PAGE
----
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Cochrane Database Syst Rev. 2007 Jan 24;(1):CD004192.

Dietary interventions for multiple sclerosis.

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Istituto Nazionale Neurologico Carlo Besta, S.O. Neuroepidemiologia, via Celoria 11, Milano (MI), Italy, 20133.

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Clinical and experimental data suggest that certain dietary regimens, particularly those including polyunsaturated fatty acids (PUFAs) and vitamins might improve outcomes in people with multiple sclerosis (MS). Diets and dietary supplements are much used by people with MS in the belief that they might improve disease outcomes.


We performed a Cochrane review of all randomised trials of dietary regimens for MS with the aim of answering MS consumers' questions regarding the efficacy and safety of these interventions.


We searched the Cochrane MS Group trial register (February 2006), Cochrane Central Register of Controlled Trials (CENTRAL), Cochrane Library, Issue 1, 2006, MEDLINE (PubMed) (1966 to March 2006), EMBASE (1974 to March 2006) and the bibliographies of papers found.


All randomised controlled trials comparing a specific dietary intervention, diet plan or dietary supplementation, with no dietary modification or placebo, were eligible.


Two reviewers independently selected articles, assessed trial quality and extracted data. Trial quality was poor, particularly as regards descriptions of randomisation, blinding and adverse event reporting. Some studies had large numbers of drop-outs; dropouts were never included in the analyses.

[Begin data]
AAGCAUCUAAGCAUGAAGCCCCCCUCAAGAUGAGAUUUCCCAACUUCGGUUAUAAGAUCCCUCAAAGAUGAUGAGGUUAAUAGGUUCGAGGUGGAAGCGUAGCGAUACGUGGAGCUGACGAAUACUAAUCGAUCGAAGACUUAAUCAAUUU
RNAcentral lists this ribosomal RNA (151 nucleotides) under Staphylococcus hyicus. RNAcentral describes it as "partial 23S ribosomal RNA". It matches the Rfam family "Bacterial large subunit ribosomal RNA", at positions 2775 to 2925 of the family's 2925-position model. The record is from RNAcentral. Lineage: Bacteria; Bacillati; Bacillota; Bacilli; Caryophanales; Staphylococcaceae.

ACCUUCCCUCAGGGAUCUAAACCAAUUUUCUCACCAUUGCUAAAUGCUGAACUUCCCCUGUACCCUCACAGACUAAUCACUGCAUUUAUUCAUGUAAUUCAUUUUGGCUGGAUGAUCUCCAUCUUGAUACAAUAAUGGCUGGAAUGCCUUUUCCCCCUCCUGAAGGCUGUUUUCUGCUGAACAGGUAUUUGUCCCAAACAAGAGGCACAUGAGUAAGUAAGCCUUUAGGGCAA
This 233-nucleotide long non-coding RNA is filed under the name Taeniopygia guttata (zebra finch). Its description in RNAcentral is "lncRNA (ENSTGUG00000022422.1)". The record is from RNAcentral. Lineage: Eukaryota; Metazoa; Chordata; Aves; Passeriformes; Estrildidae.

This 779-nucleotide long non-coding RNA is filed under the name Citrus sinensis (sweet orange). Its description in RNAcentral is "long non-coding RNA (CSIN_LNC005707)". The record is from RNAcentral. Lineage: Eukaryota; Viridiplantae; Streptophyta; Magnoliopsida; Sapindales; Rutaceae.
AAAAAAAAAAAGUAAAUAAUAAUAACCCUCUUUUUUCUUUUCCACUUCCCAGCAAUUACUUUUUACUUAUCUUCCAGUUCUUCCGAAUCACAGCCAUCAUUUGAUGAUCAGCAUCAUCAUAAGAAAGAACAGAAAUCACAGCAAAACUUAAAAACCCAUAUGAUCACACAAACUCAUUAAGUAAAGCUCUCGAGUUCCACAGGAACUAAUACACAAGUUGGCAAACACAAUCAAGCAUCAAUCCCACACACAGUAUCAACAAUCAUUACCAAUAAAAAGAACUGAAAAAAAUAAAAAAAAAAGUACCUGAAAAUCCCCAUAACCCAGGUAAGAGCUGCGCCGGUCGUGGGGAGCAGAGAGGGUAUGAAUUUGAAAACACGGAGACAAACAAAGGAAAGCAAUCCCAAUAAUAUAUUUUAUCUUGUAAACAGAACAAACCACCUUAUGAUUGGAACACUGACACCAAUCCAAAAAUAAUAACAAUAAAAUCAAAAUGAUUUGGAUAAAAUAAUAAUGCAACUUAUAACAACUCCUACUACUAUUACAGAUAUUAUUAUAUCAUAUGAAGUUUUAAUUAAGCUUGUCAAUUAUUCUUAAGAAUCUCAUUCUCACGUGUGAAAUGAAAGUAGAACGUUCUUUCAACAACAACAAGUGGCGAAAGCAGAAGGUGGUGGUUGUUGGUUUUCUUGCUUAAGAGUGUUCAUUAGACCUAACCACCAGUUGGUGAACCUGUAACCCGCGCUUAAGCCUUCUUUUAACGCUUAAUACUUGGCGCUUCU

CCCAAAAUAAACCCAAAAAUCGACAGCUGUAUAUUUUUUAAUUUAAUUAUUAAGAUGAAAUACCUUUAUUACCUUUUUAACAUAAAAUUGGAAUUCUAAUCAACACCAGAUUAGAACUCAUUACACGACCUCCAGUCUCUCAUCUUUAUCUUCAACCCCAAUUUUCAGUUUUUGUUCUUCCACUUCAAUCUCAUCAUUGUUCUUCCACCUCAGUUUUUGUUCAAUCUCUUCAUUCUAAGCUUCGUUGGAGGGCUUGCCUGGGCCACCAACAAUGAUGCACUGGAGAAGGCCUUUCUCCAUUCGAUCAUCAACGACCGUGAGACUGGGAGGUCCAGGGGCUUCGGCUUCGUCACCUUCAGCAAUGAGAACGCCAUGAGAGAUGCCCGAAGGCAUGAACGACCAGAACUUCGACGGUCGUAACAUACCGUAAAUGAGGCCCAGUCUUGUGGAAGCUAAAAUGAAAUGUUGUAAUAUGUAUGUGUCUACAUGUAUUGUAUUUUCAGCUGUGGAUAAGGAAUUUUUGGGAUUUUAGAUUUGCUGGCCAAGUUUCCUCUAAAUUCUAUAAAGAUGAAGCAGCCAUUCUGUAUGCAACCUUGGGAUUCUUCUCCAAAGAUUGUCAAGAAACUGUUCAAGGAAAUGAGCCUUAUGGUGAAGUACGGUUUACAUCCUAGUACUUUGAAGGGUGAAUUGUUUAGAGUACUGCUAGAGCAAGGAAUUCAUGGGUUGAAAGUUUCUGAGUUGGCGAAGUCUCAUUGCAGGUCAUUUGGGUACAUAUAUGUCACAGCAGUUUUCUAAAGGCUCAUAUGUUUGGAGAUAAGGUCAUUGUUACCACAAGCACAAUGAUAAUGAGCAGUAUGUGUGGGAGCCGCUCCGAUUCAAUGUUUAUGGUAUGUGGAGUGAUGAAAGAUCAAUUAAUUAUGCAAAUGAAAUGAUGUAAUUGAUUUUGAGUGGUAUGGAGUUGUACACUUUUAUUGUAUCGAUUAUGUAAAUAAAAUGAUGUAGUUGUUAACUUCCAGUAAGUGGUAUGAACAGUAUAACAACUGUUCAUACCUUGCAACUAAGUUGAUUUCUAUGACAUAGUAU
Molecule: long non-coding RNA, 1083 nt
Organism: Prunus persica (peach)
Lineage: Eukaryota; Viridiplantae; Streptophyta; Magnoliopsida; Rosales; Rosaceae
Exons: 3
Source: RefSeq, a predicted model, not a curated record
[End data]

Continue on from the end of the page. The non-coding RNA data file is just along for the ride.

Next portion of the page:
PUFAs did not have a significant effect on disease progression, measured as worsening of Disability Status Scale. Omega-6 fatty acids (11-23 g/day linoleic acid) had no benefit in 75 relapsing remitting (RR) MS patients (progression at two years: relative risk (RR)=0.78, 95% CI [0.45 to 1.36]) or in 69 chronic progressive (CP) MS patients (RR=1.67, 95% CI [0.75 to 3.72]. Linoleic acid (2.9-3.4 g/day) had no benefit in CPMS (progression at two years: RR=0.78, 95% CI [0.43 to 1.42]). Slight decreases in relapse rate and relapse severity were associated with omega-6 fatty acids in some small studies, however these findings are limited by the limited validity of the endpoints.Omega-3 fatty acids had no benefit on progression at 12 months in 14 RRMS patients or at 24 months in 292 RRMS patients (RR=0.15, 95% CI [0.01 to 3.11], p= 0.22 at 12 months, and 0.82 95% CI [0.65 to 1.03], p=0.08, at 24 months). The low frequency of reported adverse events suggests no major toxicity associated with PUFA administration. No studies on vitamin supplementation and allergen-free diets were analysed as none met the eligibility criteria.


PUFAs seem to have no major effect on the main clinical outcome in MS (disease progression), and does not substantially affect the risk of clinical relapses over 2 years. However, the data available are insufficient to assess any potential benefit or harm from PUFA supplementation. Evidence bearing on the possible benefits and risks of vitamin supplementation and antioxidant supplements in MS is lacking. More research is required to assess the effectiveness of diets interventions in MS.

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